Australia's Big Four banks are partnering with the University of Sydney to deliver cybersecurity training to high school students around the country as part of a skills push from the federal government.
The Cyber Security Challenges for High School program will see the banks, university and British Telecom taking on the Digital Technologies of the Australian Curriculum for years 7 to 10 from October this year.
Over 30,000 students from across Australia are expected to take part in the program, which has been granted $600,000 in federal funding through Australian Cyber Security Growth Network (AustCyber) and will be run through the university’s Australian Computing Academy (ACA).
The program is being co-developed by the chief information security officers from each of the industry partners involved.
“The Challenges will provide the critical skills and attitudes that students need to operate safely online, while delivering Australia’s digital technologies curriculum and highlighting the fantastic career paths that exist in cybersecurity,” said associate professor James Curran, academic director at the ACA.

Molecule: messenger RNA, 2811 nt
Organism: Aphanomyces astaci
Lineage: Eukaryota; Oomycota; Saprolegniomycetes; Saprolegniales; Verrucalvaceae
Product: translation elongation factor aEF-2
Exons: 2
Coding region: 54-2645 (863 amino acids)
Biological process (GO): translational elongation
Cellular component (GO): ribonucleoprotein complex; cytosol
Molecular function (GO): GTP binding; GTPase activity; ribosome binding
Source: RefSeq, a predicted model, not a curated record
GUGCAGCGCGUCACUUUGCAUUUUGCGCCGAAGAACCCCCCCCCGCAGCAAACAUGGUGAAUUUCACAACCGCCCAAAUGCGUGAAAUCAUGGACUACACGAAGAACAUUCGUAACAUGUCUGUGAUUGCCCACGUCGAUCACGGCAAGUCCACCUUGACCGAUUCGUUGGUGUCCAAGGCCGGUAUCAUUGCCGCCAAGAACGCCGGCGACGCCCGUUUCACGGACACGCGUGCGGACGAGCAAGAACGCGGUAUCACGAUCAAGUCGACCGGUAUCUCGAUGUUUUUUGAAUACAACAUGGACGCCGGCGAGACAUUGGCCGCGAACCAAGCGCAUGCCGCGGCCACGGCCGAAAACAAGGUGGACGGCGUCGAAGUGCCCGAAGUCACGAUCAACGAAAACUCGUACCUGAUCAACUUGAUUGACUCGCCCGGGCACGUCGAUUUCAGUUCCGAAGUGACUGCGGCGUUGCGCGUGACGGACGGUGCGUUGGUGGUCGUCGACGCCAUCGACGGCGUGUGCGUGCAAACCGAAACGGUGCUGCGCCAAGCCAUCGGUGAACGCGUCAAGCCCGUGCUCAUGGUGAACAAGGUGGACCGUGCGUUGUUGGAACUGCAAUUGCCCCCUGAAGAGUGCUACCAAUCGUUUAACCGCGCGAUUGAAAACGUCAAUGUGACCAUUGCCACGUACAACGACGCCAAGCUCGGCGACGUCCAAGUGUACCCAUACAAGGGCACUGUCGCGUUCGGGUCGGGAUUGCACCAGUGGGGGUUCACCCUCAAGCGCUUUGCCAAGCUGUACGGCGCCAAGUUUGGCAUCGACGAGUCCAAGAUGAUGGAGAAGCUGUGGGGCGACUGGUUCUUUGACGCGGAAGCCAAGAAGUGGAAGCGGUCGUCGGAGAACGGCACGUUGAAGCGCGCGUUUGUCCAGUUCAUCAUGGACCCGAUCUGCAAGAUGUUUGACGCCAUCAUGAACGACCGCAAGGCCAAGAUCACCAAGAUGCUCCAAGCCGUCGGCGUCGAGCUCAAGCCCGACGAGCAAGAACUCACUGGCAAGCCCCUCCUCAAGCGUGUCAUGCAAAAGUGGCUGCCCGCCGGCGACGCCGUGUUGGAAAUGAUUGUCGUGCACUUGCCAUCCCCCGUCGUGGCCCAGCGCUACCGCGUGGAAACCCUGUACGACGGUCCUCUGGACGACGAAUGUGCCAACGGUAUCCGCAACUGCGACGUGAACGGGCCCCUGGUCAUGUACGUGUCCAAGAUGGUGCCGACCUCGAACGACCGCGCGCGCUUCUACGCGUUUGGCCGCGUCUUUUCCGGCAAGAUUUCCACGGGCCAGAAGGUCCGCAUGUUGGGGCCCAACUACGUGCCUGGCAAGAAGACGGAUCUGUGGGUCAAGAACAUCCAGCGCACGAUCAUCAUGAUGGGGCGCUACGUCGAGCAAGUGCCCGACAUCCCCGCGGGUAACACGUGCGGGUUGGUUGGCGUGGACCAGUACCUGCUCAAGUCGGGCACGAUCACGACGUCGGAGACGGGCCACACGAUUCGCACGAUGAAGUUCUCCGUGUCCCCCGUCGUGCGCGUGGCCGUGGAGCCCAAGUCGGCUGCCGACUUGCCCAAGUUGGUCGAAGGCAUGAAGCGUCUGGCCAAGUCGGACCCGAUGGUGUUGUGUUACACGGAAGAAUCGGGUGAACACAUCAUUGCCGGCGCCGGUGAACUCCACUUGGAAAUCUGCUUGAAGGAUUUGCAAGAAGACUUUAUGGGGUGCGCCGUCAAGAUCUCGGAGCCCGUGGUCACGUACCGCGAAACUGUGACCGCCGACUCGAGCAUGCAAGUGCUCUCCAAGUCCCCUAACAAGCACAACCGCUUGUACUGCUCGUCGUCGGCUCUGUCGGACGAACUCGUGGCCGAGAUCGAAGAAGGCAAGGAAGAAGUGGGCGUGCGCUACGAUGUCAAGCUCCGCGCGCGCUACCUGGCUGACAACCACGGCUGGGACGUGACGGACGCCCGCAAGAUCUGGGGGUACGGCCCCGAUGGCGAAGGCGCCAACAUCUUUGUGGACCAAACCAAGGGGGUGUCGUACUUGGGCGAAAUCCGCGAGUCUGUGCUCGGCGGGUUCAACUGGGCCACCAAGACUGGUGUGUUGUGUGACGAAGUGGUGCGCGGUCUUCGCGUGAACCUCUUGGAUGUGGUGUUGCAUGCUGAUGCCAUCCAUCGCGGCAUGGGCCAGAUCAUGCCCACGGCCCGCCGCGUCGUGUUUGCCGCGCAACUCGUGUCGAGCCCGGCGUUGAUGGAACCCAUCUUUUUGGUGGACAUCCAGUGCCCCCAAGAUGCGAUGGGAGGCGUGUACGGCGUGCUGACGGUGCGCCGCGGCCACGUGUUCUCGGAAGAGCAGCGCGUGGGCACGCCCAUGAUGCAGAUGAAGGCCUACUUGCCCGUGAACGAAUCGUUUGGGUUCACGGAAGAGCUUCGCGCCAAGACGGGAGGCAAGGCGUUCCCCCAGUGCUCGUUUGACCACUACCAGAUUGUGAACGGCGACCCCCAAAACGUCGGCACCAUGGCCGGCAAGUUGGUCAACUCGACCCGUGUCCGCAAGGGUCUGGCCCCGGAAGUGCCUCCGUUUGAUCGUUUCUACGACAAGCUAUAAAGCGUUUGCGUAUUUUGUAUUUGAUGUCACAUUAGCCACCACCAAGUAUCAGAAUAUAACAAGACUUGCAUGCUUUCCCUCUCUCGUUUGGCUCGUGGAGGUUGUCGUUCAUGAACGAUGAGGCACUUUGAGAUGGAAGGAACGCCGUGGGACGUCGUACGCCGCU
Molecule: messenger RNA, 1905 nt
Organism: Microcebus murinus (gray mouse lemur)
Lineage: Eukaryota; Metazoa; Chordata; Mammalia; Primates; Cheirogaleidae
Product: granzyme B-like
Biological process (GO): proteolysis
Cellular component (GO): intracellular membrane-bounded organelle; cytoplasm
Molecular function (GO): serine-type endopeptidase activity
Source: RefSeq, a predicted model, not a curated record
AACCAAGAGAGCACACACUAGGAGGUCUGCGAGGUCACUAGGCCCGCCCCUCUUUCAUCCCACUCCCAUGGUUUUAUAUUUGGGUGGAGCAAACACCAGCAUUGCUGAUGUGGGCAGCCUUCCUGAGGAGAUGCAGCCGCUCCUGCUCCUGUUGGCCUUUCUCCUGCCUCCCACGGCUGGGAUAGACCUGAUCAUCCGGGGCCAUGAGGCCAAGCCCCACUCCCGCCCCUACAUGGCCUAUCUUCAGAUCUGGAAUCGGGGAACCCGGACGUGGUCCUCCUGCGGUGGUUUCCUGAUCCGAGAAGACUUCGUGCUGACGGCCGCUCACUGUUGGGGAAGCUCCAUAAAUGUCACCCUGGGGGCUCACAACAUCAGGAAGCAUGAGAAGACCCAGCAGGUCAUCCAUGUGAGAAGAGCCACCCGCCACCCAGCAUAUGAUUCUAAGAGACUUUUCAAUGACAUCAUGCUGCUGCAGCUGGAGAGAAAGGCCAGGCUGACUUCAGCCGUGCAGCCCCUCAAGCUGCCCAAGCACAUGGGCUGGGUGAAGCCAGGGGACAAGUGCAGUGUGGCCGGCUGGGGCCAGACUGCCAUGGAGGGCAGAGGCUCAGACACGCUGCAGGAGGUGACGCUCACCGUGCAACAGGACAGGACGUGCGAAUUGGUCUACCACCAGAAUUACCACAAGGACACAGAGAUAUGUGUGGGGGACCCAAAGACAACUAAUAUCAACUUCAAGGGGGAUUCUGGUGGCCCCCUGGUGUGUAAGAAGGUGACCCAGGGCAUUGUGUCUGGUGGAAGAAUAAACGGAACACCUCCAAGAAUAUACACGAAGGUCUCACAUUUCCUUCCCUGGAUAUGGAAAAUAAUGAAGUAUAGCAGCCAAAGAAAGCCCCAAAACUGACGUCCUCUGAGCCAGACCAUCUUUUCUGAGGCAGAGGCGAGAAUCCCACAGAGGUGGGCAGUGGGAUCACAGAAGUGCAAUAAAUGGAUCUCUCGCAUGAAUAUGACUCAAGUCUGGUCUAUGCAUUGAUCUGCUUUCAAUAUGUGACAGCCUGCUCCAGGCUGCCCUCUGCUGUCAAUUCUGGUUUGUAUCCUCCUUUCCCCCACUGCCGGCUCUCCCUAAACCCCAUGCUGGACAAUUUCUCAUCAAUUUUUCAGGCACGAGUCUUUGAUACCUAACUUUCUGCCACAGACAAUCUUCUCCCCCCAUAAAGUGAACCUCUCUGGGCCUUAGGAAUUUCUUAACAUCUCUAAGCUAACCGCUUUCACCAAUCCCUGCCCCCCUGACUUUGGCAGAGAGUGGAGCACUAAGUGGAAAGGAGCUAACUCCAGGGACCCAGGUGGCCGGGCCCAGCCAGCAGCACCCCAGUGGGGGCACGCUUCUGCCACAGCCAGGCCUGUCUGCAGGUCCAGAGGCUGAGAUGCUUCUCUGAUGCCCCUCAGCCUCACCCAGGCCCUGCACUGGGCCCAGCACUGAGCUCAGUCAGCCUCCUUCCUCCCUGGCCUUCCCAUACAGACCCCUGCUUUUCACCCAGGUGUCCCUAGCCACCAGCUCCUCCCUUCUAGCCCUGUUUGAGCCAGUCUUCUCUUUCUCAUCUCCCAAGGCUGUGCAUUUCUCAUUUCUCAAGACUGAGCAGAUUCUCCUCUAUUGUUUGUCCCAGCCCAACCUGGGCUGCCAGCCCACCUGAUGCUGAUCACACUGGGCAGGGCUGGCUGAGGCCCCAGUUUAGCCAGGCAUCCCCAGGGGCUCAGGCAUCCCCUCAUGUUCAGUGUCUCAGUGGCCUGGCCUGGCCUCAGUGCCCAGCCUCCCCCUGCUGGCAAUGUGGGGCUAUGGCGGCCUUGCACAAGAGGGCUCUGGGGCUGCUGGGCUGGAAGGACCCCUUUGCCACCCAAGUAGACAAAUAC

Chief information security and trust officer at Commonwealth Bank Yuval Illuz agreed with Curran, adding the program will empower teachers to confidently bring cybersecurity into their classrooms.
Jobs and Innovation Minister Michaelia Cash, who announced the funding, said, the government is "supporting innovative projects that address workforce development, education, and detection and defensive technology needs to make sure Australia can realise the full potential of our globally competitive digital economy.”
In June AustCyber announced it would be bringing the US-based CyberTaipan competition to Australian high schools through a partnership with Northrop Grumman to inspire teens to take up careers in cyber defence
AustCyber also partnered with TAFEs earlier this year to deliver diploma-level security qualifications at institutions across the country.